Dr Sambit Nanda, a senior research scientist in the Medical Research Council’s Protein Phosphoryation and Ubiquitylation Unit (MRC-PPU) at the University of Dundee, has been awarded a research grant of £15,000 from Tenovus, Scotland to continue his exciting new research on inflammasomes.
Inflammasomes are large multiprotein oligomers, which play important roles during microbial infections or when tissues are damaged. They produce potent pro-inflammatory cytokines that fight infection and also eliminate damaged cells. On the other hand, if inflammasomes are too active or are not switched off quickly enough, this can cause serious diseases ranging from auto-inflammatory and chronic disorders including atherosclerosis, type 2 diabetes, rheumatoid arthritis, chronic obstructive pulmonary disorder (COPD) and neurodegenerative diseases. There is therefore a need to develop new drugs to switch off the inflammasome when it is activated too strongly.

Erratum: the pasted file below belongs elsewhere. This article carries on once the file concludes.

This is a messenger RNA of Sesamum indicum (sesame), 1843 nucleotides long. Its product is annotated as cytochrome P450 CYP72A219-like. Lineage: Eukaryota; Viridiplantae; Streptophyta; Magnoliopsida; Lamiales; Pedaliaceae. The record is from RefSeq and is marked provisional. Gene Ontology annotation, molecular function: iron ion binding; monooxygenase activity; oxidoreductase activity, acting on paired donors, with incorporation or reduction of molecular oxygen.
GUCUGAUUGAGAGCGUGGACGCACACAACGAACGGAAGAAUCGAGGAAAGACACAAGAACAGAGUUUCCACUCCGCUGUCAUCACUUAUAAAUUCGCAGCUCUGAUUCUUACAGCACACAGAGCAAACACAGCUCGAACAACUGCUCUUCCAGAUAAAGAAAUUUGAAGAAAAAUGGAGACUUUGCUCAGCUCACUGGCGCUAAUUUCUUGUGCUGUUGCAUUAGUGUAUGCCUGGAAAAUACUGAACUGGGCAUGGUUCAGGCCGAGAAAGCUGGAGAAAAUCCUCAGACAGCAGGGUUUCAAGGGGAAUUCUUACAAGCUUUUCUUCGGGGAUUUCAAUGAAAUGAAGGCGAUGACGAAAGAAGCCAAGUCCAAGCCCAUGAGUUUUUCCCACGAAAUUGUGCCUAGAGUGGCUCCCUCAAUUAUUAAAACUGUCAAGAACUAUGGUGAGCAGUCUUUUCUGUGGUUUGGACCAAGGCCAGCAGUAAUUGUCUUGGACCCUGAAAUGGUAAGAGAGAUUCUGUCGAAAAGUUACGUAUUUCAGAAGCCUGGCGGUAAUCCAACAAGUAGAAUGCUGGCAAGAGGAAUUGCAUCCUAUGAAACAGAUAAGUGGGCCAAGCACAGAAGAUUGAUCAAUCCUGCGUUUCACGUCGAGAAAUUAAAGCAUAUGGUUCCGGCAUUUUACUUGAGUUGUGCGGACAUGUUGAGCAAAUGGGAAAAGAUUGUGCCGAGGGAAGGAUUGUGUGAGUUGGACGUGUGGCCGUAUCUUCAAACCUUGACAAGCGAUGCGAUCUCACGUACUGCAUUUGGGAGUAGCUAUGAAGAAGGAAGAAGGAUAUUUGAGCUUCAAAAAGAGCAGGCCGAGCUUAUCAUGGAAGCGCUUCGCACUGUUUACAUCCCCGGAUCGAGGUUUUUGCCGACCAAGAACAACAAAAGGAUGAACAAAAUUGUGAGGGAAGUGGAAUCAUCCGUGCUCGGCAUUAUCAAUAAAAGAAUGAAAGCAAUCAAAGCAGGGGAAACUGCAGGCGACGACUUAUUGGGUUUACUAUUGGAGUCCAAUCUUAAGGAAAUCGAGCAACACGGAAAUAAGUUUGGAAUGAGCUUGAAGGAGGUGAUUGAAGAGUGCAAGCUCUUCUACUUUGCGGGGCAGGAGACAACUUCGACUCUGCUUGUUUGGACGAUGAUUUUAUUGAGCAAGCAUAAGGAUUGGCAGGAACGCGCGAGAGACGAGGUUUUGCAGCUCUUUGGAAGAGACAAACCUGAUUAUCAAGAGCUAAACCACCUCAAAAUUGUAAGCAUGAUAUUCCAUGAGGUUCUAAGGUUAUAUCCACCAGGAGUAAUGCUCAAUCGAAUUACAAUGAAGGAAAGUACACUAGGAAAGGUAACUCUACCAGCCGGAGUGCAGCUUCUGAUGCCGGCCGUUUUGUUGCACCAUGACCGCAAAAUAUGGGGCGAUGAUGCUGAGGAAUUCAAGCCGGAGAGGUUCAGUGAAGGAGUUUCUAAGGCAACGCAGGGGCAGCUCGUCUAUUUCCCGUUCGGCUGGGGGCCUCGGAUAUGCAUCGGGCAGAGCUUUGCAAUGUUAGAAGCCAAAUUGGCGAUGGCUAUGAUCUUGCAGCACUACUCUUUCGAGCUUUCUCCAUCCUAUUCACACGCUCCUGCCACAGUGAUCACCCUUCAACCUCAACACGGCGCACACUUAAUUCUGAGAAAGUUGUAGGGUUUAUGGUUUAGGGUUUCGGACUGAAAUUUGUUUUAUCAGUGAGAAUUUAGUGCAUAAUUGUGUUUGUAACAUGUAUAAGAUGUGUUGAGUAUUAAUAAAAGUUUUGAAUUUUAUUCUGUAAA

Sambit has recently identified an enzyme which plays an essential role in switching on one type of inflammasome, called the NLRP3 inflammasome and the aim of the Tenovus-funded project is to discover how this enzyme exerts its effect. If successful, the research could eventually lead to the development of improved drugs to suppress inflammasomes.
The research will be carried out in Sir Philip Cohen’s lab in the MRC-PPU, which is based in the School of Life Sciences at the University.
Commenting on the award Sambit said:- “ I am very excited to receive the Tenovus award as this grant will provide financial support to carry out detailed biochemical analysis to understand how the NLRP3 inflammasome is activated. I hope that my research will identify new candidate proteins that can be targeted to develop drugs to treat inflammatory diseases.